Thermoeconomics combines thermodynamic principles with economic analysis to effect fundamental changes in process economic evaluation, design, and maintenance. It is a school of heterodox economics that applies the laws of statistical mechanics to economic theory. It is also known as biophysical economics.
Thermodynamic principles describe the flow, conservation, and conversion of energy, and thus have economic implications. It is a subfield of econophysics and can be thought of as the statistical physics of economic value. It is the study of the ways and means by which human societies procure and use energy and other biological and physical resources to produce, distribute, consume and exchange goods and services, while generating various types of waste and environmental impacts.
Thermoeconomics examines the economics of power generation from an exergetic standpoint, where exergy is available work energy. It is predicated on the assumption that the only rational basis for constructing a costing function is energy. It applies Engineering Accounting procedures to operating parameters, exergy efficiency, and pricing of a stream’s specific energy content. As a result, thermoeconomics is a useful tool for evaluating industrial processes and production cycles.
Biophysical economics draws on both social and natural sciences to overcome some of traditional economics’ most fundamental limitations and blind spots. It enables understanding of some key requirements and framework conditions for economic growth, as well as related constraints and boundaries.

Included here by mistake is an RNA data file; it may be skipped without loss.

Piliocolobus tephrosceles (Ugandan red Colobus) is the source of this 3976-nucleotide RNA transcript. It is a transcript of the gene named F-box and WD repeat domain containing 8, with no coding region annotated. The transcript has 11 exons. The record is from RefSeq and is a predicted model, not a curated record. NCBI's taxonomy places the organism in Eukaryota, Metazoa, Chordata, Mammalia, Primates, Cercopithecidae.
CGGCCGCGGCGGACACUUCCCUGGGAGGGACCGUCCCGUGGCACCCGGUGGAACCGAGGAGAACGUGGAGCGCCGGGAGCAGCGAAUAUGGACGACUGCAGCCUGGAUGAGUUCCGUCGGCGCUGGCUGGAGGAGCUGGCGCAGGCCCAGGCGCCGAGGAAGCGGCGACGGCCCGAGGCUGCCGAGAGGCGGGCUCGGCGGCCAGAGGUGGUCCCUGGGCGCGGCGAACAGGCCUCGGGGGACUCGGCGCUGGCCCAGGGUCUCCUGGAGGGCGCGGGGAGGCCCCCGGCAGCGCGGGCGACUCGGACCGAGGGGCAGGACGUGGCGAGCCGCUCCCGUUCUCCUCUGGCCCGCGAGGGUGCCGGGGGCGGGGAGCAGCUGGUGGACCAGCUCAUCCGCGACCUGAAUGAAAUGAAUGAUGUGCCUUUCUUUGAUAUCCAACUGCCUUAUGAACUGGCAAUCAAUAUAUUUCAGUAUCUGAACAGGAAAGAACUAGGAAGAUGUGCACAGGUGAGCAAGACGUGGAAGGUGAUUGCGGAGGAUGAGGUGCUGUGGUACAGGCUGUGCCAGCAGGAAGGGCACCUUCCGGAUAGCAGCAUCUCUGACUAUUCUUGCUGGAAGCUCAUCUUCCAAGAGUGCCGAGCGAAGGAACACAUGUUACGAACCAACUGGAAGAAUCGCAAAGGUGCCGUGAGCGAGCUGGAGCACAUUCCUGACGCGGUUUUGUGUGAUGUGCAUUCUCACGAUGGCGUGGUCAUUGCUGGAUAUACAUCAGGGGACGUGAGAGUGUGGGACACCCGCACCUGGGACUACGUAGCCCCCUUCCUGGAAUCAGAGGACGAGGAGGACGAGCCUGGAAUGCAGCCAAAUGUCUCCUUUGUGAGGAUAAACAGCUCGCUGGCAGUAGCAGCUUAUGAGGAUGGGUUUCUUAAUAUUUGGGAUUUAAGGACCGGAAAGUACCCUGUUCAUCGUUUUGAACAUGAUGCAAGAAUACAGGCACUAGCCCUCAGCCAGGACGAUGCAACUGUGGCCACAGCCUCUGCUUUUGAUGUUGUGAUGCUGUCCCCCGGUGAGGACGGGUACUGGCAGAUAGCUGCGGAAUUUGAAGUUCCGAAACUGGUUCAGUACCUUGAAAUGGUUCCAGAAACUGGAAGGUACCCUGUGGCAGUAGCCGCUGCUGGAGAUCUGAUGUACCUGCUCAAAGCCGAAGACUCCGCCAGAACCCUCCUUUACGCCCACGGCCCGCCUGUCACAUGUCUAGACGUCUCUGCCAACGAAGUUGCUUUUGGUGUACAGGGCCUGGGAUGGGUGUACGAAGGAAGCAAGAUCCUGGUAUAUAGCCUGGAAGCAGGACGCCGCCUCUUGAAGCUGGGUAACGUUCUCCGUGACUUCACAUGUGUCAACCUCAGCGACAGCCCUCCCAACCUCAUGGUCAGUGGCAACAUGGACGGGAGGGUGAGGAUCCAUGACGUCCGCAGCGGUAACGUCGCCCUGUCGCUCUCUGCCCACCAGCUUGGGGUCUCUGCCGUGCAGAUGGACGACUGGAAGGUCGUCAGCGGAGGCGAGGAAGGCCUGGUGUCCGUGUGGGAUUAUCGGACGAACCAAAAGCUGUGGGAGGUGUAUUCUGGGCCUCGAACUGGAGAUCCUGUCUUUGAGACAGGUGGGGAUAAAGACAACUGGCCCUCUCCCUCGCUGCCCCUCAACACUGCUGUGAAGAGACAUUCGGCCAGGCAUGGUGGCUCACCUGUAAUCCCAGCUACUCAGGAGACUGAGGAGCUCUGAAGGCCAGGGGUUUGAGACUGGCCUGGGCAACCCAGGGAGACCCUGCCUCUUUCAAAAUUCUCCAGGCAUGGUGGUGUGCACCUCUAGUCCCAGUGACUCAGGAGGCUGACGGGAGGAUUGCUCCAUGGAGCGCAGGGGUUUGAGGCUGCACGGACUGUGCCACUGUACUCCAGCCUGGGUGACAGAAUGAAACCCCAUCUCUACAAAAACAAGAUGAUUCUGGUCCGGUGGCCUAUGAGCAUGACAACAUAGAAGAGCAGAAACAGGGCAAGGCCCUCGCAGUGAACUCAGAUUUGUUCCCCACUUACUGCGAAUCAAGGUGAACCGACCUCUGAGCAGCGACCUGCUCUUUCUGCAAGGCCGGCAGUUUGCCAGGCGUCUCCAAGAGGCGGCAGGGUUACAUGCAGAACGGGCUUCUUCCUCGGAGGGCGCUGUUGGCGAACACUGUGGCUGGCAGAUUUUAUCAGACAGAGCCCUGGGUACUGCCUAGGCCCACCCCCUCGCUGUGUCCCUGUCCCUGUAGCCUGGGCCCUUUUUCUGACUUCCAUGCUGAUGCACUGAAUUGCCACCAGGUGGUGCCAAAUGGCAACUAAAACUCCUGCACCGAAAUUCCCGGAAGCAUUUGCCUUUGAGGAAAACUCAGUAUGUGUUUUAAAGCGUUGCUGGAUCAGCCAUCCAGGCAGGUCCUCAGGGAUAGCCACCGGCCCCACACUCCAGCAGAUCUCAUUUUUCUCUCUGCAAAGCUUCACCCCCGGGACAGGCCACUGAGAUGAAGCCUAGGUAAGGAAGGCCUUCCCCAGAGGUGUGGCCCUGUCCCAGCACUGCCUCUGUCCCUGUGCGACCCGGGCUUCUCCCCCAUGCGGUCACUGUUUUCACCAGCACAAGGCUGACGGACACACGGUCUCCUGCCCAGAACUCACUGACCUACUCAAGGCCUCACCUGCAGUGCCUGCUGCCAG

The term Thermoeconomics refers to an economic theory derived from the application of thermodynamic laws to economics, particularly the second law. Early work on the subject begins with Frederick Soddy’s Wealth, Virtual Wealth, and Debt, but the term was coined by American engineer Myron Tribus in 1962 and developed by statistician and economist Nicholas Georgescu-Roegen.
Thermoeconomics has been used in industrial ecology to transform linear industrial processes into closed loop systems that resemble natural ecosystems. This application aims to create sustainable industrial systems in which waste treatment is handled efficiently and cost-effectively. Thermoeconomics has also been used to identify inefficiencies and potential energy savings in single production plants.
Thermoeconomics has been used in the analysis of fuel decarbonization and carbon dioxide separation plants, and thus in the reduction of environmental impacts caused by increased concentrations of global greenhouse gas emissions, which are widely held to be responsible for global warming. Thermoeconomics is, therefore, a practical process which if applied would give positive results ranging from sustainable and environmentally friendly industrial processes to cost effective means of energy use.